Clarification has recently been given by the High Court in Pallett v MGN Ltd  EWHC 76, on the operation of the Part 36 regime in the context of an attempt by a defendant to avoid the usual costs consequences of accepting a claimant’s offer.
Part 36 of the Civil Procedure Rules (CPR) aims to encourage parties to try to settle their disputes and sets out the costs consequences of offers to settle made in accordance with Part 36. If a party fails to accept a realistic offer made by the other side, there is a risk of penalised costs and interest at the end of the case.
The claimant (Ms Pallett) brought a claim against the defendant (MGN Ltd – owner of The Mirror Newspaper) for infringement of privacy rights by mobile telephone voicemail interception and other unlawful information gathering techniques. Her claim was due for trial in January 2021, but on 20th October 2020 she made a Part 36 offer to settle for £99,500 and ancillary relief. Ms Pallett's offer specified that if accepted within 21 days the defendant would be liable for her costs of the action.
On the 22nd day, the defendant accepted the offer on the express basis that the court would be invited to deal with the extent to which it would have to pay costs. The defendant claimed that, since the offer was accepted outside of the relevant period (here, 21 days) it was entitled to invite the court to consider its liability for the costs of the action and was not bound to pay those costs, which it would have been if it had accepted the offer within the 21 days, pursuant to CPR 36.13(5).
The defendant's "acceptance" of the offer
Justice Mann first considered whether the defendant was entitled to accept the offer in the manner in which it did, i.e. on the basis that it would invite the court to exercise a discretion over all the costs of the action.
The claimant contended that the Part 36 offer was accepted by the defendant, and the defendant was not entitled to introduce qualifications into that acceptance by seeking to depart from the costs element of the offer.
The defendant argued that it was entitled to invoke the provisions of CPR 36.13(4)(b) which states that when an offer is accepted outside the relevant period, the liability for costs must be determined by the court if the parties cannot agree them.
Justice Mann held that the defendant's position was correct and emphasised that the Part 36 regime does not adopt a traditional contractual regime and instead operates as its own self-contained regime, whose terms it prescribes. Justice Mann then turned to the question of how the court's discretion on costs should be exercised.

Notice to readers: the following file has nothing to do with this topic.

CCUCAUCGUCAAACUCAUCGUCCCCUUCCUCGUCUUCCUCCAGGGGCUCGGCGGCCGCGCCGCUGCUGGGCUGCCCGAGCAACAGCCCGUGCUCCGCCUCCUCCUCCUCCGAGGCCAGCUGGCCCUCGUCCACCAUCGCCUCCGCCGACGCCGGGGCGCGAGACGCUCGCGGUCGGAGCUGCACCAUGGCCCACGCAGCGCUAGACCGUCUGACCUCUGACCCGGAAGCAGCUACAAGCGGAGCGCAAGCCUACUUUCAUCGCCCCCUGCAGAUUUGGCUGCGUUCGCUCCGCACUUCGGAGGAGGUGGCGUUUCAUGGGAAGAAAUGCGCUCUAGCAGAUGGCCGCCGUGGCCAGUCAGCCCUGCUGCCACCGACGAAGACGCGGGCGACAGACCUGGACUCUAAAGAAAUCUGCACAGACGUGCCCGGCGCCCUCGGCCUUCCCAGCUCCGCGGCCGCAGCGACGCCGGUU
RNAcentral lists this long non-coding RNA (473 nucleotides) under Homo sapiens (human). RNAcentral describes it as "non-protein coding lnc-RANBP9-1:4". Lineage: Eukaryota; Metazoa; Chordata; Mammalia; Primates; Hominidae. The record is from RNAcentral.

The court's discretion on costs
CPR 36.13(5)(b) requires that unless it considers it ‘unjust’ to do so, the court must order that the offeree (in this case the defendant) pays the offeror's (the claimant’s) costs for the period from the date of the expiry of the relevant period to the date of acceptance.
In this case, the defendant accepted that attempting to overcome the presumption in CPR 36.13(5), by contending that the normal consequences of the acceptance of an offer should not apply, was a "formidable obstacle". The defendant invited the court to find that Ms Pallett was culpable of a serious failure to engage in the settlement process based on the pattern of offers made by the defendant (open, without prejudice save as to costs, and Part 36) from 2018.
The claimant's solicitors said that none of the offers put forward by the defendant were adequate and that Ms Pallet wanted to have disclosure before accepting an offer or putting forward a counteroffer. The claimant's solicitors identified the useful and significant disclosure which was obtained by Ms Pallett, which demonstrated the potential for making a case that the level of infringement of privacy was greater than the five or so instances conceded by the defendant.
Ultimately, the defendant was unable to establish that the claimant's failure to engage in settlement discussions fell so far short of the standards which the courts now expect of litigants (in terms of a willingness to negotiate) that the defendant could be seen to have discharged the heavy burden of showing that it would be unjust to apply the normal Part 36 costs consequences.
Justice Mann accepted that the claimant had reasons for not engaging in horse-trading over figures from the outset, and her attitude of declining to negotiate until she was better informed was an entirely reasonable one, bearing in mind the one-sided nature of the possession of information and the failure of the defendant to comply with the early disclosure regime in this particular case.
The judgment is a useful reminder of the operation of the rules in the context of offerees attempting to avoid the usual consequences of accepting a Part 36 offer. In this case, MGN's strategy did not work - Justice Mann concluded that normal consequences should follow, and that the claimant should have all the costs of the proceedings on the basis of the normal template order. However, Justice Mann cautioned that the case turned on its own facts and should not be taken as a 'green light' for all claimants to decline to enter into negotiations before disclosure is complete as there may be cases in which non-engagement will be unreasonable.
There is a potential tactical advantage of late acceptance in cases where the offeror's conduct justifies a departure from the usual costs consequences of accepting a Part 36 offer. In short, late acceptance provides the offeree leverage to argue about costs, which acceptance within the relevant period does not. While 36.13(5)(b) sets a high bar to displace, offerees may seek to gamble on this by accepting an offer outside of the relevant period, particularly in cases where costs are significant and / or unreasonable.